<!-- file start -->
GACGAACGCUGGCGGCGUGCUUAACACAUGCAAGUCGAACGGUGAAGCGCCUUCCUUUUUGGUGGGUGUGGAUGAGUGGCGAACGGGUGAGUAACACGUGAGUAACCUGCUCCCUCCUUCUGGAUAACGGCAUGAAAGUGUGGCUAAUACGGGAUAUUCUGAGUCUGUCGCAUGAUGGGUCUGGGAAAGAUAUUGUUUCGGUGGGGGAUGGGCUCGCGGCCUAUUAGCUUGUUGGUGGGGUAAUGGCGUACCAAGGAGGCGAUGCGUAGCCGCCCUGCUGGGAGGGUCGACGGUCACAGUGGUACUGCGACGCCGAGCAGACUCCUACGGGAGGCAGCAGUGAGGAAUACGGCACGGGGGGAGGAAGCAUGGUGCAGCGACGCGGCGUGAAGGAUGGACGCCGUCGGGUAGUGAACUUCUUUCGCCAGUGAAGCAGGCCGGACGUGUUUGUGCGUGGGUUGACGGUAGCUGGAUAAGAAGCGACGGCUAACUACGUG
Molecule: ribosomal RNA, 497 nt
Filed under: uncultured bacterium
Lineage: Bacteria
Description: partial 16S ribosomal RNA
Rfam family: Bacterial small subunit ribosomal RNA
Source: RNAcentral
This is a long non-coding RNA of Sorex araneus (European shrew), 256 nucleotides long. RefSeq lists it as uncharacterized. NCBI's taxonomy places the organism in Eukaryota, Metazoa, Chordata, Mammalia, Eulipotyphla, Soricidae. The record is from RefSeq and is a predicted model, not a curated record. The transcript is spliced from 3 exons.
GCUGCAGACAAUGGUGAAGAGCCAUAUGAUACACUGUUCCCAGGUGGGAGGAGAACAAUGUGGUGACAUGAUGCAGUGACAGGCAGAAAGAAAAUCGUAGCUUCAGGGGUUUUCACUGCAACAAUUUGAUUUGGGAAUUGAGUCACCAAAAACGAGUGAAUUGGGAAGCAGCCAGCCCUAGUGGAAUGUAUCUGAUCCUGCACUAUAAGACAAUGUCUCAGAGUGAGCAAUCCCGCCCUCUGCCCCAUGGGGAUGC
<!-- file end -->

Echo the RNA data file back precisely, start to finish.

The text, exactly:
GACGAACGCUGGCGGCGUGCUUAACACAUGCAAGUCGAACGGUGAAGCGCCUUCCUUUUUGGUGGGUGUGGAUGAGUGGCGAACGGGUGAGUAACACGUGAGUAACCUGCUCCCUCCUUCUGGAUAACGGCAUGAAAGUGUGGCUAAUACGGGAUAUUCUGAGUCUGUCGCAUGAUGGGUCUGGGAAAGAUAUUGUUUCGGUGGGGGAUGGGCUCGCGGCCUAUUAGCUUGUUGGUGGGGUAAUGGCGUACCAAGGAGGCGAUGCGUAGCCGCCCUGCUGGGAGGGUCGACGGUCACAGUGGUACUGCGACGCCGAGCAGACUCCUACGGGAGGCAGCAGUGAGGAAUACGGCACGGGGGGAGGAAGCAUGGUGCAGCGACGCGGCGUGAAGGAUGGACGCCGUCGGGUAGUGAACUUCUUUCGCCAGUGAAGCAGGCCGGACGUGUUUGUGCGUGGGUUGACGGUAGCUGGAUAAGAAGCGACGGCUAACUACGUG
Molecule: ribosomal RNA, 497 nt
Filed under: uncultured bacterium
Lineage: Bacteria
Description: partial 16S ribosomal RNA
Rfam family: Bacterial small subunit ribosomal RNA
Source: RNAcentral
This is a long non-coding RNA of Sorex araneus (European shrew), 256 nucleotides long. RefSeq lists it as uncharacterized. NCBI's taxonomy places the organism in Eukaryota, Metazoa, Chordata, Mammalia, Eulipotyphla, Soricidae. The record is from RefSeq and is a predicted model, not a curated record. The transcript is spliced from 3 exons.
GCUGCAGACAAUGGUGAAGAGCCAUAUGAUACACUGUUCCCAGGUGGGAGGAGAACAAUGUGGUGACAUGAUGCAGUGACAGGCAGAAAGAAAAUCGUAGCUUCAGGGGUUUUCACUGCAACAAUUUGAUUUGGGAAUUGAGUCACCAAAAACGAGUGAAUUGGGAAGCAGCCAGCCCUAGUGGAAUGUAUCUGAUCCUGCACUAUAAGACAAUGUCUCAGAGUGAGCAAUCCCGCCCUCUGCCCCAUGGGGAUGC